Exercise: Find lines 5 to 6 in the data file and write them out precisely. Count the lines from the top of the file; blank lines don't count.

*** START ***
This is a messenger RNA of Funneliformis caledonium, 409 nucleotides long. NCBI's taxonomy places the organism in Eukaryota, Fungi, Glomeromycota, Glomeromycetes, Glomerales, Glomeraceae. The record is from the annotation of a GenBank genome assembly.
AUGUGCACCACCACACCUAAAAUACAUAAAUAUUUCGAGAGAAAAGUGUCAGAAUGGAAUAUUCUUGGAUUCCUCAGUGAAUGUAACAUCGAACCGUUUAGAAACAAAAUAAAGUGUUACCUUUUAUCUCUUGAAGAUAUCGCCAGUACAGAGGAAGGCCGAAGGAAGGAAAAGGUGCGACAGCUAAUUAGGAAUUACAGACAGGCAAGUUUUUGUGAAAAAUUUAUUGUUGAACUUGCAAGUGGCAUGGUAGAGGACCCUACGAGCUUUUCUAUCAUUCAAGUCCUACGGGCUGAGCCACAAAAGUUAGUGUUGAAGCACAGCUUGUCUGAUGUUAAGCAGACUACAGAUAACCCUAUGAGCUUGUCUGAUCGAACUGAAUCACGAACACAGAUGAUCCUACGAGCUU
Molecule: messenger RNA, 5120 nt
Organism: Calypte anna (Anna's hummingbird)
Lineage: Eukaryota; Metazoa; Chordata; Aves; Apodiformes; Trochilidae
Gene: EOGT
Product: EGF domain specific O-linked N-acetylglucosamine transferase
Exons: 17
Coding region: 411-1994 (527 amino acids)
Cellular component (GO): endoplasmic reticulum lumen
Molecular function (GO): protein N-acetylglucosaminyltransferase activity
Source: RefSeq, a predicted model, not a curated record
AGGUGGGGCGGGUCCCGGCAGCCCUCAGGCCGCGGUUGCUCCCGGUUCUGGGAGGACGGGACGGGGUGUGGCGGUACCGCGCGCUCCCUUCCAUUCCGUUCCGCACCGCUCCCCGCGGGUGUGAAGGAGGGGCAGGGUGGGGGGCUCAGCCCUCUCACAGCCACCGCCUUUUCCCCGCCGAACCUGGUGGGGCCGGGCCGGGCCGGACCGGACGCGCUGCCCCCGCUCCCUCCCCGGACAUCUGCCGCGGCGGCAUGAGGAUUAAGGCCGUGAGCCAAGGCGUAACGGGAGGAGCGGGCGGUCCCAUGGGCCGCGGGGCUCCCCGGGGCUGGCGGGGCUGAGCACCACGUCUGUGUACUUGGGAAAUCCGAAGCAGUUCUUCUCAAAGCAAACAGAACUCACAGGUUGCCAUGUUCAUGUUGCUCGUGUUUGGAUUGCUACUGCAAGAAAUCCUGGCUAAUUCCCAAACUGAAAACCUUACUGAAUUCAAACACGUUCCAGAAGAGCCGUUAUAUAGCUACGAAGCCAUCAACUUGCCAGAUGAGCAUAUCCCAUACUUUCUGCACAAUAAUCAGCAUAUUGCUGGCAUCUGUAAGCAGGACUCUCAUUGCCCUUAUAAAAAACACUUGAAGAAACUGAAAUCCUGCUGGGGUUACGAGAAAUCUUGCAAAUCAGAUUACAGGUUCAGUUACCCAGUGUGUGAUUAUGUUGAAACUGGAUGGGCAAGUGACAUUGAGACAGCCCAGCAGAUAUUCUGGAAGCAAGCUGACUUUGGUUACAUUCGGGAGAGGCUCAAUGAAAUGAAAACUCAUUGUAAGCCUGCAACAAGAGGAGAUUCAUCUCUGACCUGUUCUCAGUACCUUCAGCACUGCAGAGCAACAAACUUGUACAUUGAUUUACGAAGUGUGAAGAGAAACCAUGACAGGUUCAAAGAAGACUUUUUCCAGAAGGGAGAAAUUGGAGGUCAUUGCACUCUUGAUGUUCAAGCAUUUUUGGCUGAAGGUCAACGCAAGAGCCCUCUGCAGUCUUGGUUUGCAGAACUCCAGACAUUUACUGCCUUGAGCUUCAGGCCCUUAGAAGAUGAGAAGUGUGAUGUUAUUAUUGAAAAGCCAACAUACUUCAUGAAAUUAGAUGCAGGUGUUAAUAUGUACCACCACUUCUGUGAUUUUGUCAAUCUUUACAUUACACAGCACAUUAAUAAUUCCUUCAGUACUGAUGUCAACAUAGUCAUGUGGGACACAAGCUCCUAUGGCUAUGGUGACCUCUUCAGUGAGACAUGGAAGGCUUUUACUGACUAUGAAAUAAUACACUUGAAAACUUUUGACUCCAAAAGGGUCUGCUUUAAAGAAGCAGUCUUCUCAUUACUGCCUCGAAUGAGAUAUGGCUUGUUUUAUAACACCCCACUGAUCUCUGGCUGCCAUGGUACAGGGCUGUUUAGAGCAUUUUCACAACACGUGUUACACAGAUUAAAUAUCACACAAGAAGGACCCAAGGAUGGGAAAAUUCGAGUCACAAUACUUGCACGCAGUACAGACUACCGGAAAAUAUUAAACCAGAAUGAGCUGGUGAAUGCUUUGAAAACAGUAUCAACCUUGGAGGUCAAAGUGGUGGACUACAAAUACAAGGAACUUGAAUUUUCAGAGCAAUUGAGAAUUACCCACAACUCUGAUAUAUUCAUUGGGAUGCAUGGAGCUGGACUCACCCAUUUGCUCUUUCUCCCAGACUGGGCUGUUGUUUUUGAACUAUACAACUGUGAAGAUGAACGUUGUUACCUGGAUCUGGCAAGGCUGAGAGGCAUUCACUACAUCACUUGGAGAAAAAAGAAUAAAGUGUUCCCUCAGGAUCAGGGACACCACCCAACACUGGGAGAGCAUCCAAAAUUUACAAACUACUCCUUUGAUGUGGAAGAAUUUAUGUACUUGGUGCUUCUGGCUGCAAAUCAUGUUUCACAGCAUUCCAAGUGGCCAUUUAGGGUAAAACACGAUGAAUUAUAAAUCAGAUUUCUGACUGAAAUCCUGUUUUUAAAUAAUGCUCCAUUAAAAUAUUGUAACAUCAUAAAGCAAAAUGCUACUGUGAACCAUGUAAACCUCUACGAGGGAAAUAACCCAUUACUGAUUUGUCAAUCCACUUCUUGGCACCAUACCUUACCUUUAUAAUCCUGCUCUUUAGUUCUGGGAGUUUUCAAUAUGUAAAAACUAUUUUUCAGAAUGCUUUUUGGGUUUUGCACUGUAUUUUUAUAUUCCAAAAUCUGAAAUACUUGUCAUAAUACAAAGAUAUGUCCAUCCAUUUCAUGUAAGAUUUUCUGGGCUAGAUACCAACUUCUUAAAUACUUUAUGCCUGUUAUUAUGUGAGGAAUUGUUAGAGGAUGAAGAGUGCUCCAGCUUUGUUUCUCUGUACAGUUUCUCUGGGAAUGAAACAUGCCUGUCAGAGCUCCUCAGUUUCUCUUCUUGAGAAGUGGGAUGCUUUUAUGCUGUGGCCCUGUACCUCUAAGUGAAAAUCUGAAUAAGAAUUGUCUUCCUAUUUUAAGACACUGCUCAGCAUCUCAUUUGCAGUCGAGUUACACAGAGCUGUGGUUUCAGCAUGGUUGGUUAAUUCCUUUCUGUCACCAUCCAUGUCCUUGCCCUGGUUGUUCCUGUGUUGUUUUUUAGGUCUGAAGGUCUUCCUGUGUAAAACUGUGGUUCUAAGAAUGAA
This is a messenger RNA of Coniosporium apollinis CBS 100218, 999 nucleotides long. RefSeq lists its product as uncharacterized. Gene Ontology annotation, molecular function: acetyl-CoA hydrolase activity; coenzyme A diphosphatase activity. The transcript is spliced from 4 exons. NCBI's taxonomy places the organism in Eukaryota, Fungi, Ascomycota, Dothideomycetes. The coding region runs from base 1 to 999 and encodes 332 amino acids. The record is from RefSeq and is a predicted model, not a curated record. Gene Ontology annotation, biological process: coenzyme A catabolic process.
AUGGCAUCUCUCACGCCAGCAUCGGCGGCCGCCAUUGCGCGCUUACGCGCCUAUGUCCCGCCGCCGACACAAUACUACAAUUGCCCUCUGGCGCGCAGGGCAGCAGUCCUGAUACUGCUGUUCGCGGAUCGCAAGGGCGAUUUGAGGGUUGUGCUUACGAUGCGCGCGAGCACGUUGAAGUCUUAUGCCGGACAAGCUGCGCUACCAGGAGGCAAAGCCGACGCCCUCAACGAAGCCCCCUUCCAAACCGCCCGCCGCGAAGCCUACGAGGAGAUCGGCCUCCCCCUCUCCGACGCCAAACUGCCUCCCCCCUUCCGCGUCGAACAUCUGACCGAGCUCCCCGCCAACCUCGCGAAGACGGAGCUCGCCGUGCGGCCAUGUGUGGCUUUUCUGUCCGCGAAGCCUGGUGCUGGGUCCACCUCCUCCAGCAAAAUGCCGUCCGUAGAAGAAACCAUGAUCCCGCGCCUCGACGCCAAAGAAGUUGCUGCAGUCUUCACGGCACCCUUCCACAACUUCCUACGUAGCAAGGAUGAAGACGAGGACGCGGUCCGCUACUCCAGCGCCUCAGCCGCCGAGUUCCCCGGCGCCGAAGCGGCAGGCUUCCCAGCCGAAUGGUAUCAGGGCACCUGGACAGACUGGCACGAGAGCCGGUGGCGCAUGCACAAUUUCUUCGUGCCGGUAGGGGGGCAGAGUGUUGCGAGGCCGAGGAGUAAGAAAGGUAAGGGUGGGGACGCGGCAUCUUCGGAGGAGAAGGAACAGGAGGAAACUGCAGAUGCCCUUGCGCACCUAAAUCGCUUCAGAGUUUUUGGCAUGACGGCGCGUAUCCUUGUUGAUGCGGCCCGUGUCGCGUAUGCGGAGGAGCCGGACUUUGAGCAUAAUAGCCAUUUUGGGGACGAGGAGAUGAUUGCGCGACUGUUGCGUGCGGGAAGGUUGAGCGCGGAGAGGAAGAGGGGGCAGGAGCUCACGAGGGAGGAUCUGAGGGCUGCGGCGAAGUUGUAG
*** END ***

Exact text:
Lineage: Eukaryota; Metazoa; Chordata; Aves; Apodiformes; Trochilidae
Gene: EOGT